Shopping Excursion: Barnes & Noble

Posted by admin - 28/01/11 at 04:01 am

My pup and I are regular visitors to our neighborhood Barnes & Noble. She’s a great reader, so we normally cap off our evenings out by dropping by, reading a few hundred dollars worth of books, drinking a small bottle of juice from the cafe that costs six bucks, and generally having a grand old literary time.

As I came in through the front door, the first thing to catch my eye was the giant display of half-off calendars. This officially marks the end of the holiday season for me. Christmas starts when Santa Claus begins showing up on Coca-Cola bottles, and ends when the New Year calendars go on sale.

Then, I went on to the games section. I’m not sure why Barnes & Noble has a game section. Games are something you normally play at parties, and books don’t usually go over well at gatherings. You don’t invite everybody over to all gather in the living room to break up into teams and read “Moby Dick.”

Anyway, they now have a Beatles version of “Monopoly.” I counted more than a dozen different versions of Monopoly for sale including NFL, Family Guy, James Bond, and Pokemon editions. Does anyone really need more than one kind of Monopoly set? Hell, has anyone actually ever seen a game of Monopoly end in any way other than with a bored-out-of-your-mind surrender? I’ve played probably two dozen games of Monopoly in my life, and technically, most of those games are still going on.

Trivial Pursuit now comes in “Easy, Medium, or Hard” questions. I guess that was the problem, sales were down because they just weren’t hitting that 24-49 dumb guy demographic. Nothing like being able to play a hotly-contested game of Trivial Pursuit against a total simpleton. You’re naming the capitol of Zimbabwe, and he’s keeping up by correctly identifying “eggs” as where chickens come from.

Sounds like a blast.

Twilight books? Yeah, I think we’ve got a few of those over here somewhere.

On a table full of “Dummies” books, I spotted this timely tome entitled “Investing in an Uncertain Economy.”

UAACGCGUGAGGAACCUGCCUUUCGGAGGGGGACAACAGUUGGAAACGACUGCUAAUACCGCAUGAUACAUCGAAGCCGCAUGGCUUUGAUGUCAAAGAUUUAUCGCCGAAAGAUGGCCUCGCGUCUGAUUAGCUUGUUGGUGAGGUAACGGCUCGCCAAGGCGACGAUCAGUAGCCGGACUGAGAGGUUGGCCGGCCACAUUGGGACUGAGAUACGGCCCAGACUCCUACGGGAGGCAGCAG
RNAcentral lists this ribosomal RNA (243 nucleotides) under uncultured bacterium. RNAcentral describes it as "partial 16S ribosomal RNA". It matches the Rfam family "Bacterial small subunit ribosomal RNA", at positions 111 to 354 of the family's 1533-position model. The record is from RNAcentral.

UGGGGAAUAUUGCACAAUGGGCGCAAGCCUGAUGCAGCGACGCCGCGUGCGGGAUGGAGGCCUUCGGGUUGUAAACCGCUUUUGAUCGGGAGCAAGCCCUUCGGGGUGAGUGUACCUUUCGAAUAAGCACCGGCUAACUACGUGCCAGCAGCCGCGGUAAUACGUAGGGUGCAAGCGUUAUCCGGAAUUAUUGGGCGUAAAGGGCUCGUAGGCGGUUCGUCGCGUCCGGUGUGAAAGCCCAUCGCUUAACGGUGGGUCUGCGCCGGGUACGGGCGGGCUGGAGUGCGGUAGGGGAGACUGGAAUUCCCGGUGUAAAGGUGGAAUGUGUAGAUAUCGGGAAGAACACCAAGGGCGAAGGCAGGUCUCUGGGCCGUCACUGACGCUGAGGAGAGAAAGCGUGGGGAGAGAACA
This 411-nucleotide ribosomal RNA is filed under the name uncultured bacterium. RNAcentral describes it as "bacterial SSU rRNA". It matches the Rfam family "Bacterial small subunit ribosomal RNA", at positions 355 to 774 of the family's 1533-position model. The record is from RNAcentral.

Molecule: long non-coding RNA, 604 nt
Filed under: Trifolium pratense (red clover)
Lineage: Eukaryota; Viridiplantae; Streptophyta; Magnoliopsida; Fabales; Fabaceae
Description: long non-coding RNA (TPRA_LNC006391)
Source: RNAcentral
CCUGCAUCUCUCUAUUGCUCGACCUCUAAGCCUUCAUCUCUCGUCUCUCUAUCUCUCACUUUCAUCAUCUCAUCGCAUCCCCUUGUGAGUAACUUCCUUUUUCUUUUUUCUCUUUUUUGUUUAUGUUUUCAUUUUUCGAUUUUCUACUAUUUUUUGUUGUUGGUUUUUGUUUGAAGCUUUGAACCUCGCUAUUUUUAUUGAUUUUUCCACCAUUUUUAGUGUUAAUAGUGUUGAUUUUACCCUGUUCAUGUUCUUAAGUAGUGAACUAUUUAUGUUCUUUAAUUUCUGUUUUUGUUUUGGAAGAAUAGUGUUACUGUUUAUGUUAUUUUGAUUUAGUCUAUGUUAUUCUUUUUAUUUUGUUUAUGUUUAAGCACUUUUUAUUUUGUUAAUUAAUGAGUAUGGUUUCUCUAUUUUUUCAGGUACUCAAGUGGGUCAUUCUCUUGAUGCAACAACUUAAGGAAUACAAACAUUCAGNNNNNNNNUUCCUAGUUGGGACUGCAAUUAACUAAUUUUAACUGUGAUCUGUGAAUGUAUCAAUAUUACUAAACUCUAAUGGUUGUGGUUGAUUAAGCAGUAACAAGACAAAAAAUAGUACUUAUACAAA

TIP ONE: Don’t buy investment books at Barnes & Noble. One Dummies book isn’t going to make you into the next Suze Orman. Making financial decisions based on a Dummies book is like planning wartime strategy based on a game of “Risk.”
They also have a large section of Books on CD. This is something I just don’t understand. I get the concept of having a book on tape or CD for a specific purpose, such as taking a long trip. They’re great to listen to in a car or plane. However, who wants to keep these things around forever? I see books on CD as a perfect rental item.

A bookshelf full of books means you enjoyed them, and might refer to them again at some later date. A bookshelf full of CDs of books says you were too busy to read them the first time, and if you wanted to look something up, you’d have to go back and listen to 8+ hours of narration.
Finally, there were several tables and displays full of diet and exercise books, apparently trying to cash in on everyone’s new year’s resolutions before they all fall by the wayside. I can’t help but think that coming to the conclusion that I’m a great big, fat, lazy load sometime in the middle of July would be a lot cheaper than making the break on January first.

I also think a great idea for a diet journal like this one would be to have a secret page halfway through a Winter month with a twenty dollar bill attached to it. You make it that far, you can treat yourself to ice cream.

— Reid Kerr is amused at inspirational books on clearance.

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